As a condiment for many dishes this chili oil adds a depth of flavor with a kick!
· 1½-3 cups neutral oil (350-700 ml)
· 5 star anise
· 1 cinnamon stick (preferably cassia cinnamon)
· 2 bay leaves
· 3 tablespoons Sichuan peppercorns
· 2 black cardamom pods (optional)
· 4 nuggets dried sand ginger (optional – about 1 tablespoon)
· 2 teaspoons cloves (optional)
· 3 cloves garlic (optional – crushed)
· 1-2 shallots (optional – halved)
· ¾-1 1/4 cup Sichuan chili flakes (65-110g)
· 1 – 2 teaspoons salt (to taste)
1. Gather all the aromatics you plan to use. Place oil and selected aromatics into a pot with at least two inches of clearance between the oil and the rim of the pot. If using minimum aromatics, 1 ½ cups of oil should do it. If using all the aromatics, you can add up to 3 cups of oil.
2. Set it over medium heat to start, then progressively lower it to medium low or low heat as the oil comes to temperature. The oil should be at about 225-250° F / 110-120° C and causing small bubbles to slowly rise from the aromatics. If you notice the spices sizzling more vigorously than that or turning dark too quickly, reduce the heat to cool it down. If you are not achieving small bubbles, slowly increase the heat. Hovering around 200-225° F is the safest way to prevent burning. Infuse the aromatics this way for a minimum of 30 minutes, or up to 1 hour for best results.
3. While the oil is infusing, prepare your Sichuan chili flakes by placing them in a heatproof bowl. If you used 1½ cups of oil, ¾ cup of chili flakes is best. For 3 cups of oil, use 1¼ cups of chili flakes. You can experiment within this range (if you like more oil and fewer flakes, for instance).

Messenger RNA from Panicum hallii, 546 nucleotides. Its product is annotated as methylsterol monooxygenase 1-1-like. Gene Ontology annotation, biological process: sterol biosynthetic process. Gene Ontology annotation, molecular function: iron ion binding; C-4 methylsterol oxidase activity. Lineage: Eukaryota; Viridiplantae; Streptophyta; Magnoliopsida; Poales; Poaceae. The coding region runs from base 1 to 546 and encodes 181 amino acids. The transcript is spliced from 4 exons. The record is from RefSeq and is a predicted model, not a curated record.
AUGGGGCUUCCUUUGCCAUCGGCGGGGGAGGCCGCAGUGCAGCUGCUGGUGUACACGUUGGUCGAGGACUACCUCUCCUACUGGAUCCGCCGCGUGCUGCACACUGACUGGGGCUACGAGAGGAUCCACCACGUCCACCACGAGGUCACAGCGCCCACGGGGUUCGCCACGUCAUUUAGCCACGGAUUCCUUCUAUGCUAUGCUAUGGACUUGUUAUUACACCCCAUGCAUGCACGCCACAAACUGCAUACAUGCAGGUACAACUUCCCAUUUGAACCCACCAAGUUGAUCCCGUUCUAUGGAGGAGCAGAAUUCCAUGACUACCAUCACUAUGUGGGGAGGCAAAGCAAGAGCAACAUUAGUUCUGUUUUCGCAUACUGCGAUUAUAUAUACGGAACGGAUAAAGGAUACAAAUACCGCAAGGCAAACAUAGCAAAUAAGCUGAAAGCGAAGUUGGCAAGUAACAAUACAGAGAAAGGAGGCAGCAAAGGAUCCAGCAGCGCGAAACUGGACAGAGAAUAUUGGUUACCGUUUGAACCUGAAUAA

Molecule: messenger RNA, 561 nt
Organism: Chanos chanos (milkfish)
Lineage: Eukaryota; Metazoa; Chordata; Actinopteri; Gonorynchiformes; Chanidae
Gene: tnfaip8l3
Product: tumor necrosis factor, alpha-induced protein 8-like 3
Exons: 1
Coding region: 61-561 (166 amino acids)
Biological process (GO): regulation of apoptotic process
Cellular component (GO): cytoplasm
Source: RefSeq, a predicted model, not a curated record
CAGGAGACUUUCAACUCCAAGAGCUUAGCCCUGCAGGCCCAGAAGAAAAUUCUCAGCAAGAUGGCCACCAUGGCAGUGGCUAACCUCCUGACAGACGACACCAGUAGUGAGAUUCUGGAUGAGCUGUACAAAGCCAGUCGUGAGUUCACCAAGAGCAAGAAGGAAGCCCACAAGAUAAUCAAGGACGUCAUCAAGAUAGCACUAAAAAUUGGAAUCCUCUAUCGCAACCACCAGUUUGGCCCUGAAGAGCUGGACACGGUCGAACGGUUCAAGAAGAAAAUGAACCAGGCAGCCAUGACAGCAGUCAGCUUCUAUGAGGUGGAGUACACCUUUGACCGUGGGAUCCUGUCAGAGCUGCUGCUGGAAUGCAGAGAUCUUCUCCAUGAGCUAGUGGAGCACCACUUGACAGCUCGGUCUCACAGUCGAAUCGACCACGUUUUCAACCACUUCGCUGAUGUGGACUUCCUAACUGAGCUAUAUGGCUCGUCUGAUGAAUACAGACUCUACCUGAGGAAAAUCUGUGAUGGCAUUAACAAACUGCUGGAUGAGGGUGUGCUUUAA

4. You can either heat your oil and pour it through a fine-meshed strainer OR remove the spices first with a fine-meshed strainer. If your spices are very dark by the time you get to this step, to avoid burning, it's safest to remove the spices entirely before pouring over the chili flakes. Generally, the oil should be between 225-250° F (110-120° C) when pouring over the chili flakes. If you like a darker color, opt for 250-275° F/135° C. If your chili flakes are already super roasted, you may want to be closer to 225° F/110° C. When in doubt, test the oil on a small bowl of chili flakes before you do the rest.
5. Carefully pour the hot oil through a strainer onto the chili flakes. Stir to evenly distribute the heat of the oil. You'll know you've gotten it right when you smell a "popcorn"-like smell that is not at all burnt-smelling.
6. Stir in the salt and allow the chili oil to cool. Store in airtight containers in the refrigerator. Always use a clean utensil when handling to prevent spoilage. It can last for up to 6 months if handled in this way.
TIPS & NOTES:
Makes 2 1/4 – 4 1/4 cups (depending on the amount of aromatics, oil, and chili flakes you decide to use).
Source: “Chili Oil”. Recipe. www.thewoksoflife.com. N.p. 21 Feb. 2023. Web. 25 Oct. 2023.
By Recipe Contributor
Products you buy through our links may earn us a commission which allows us to bring you more great travel content and giveaways.
Be one of the first to see our insider offers, travel tips, first-hand reviews, recipes from around the globe, exciting vacation giveaways & more…straight to your inbox!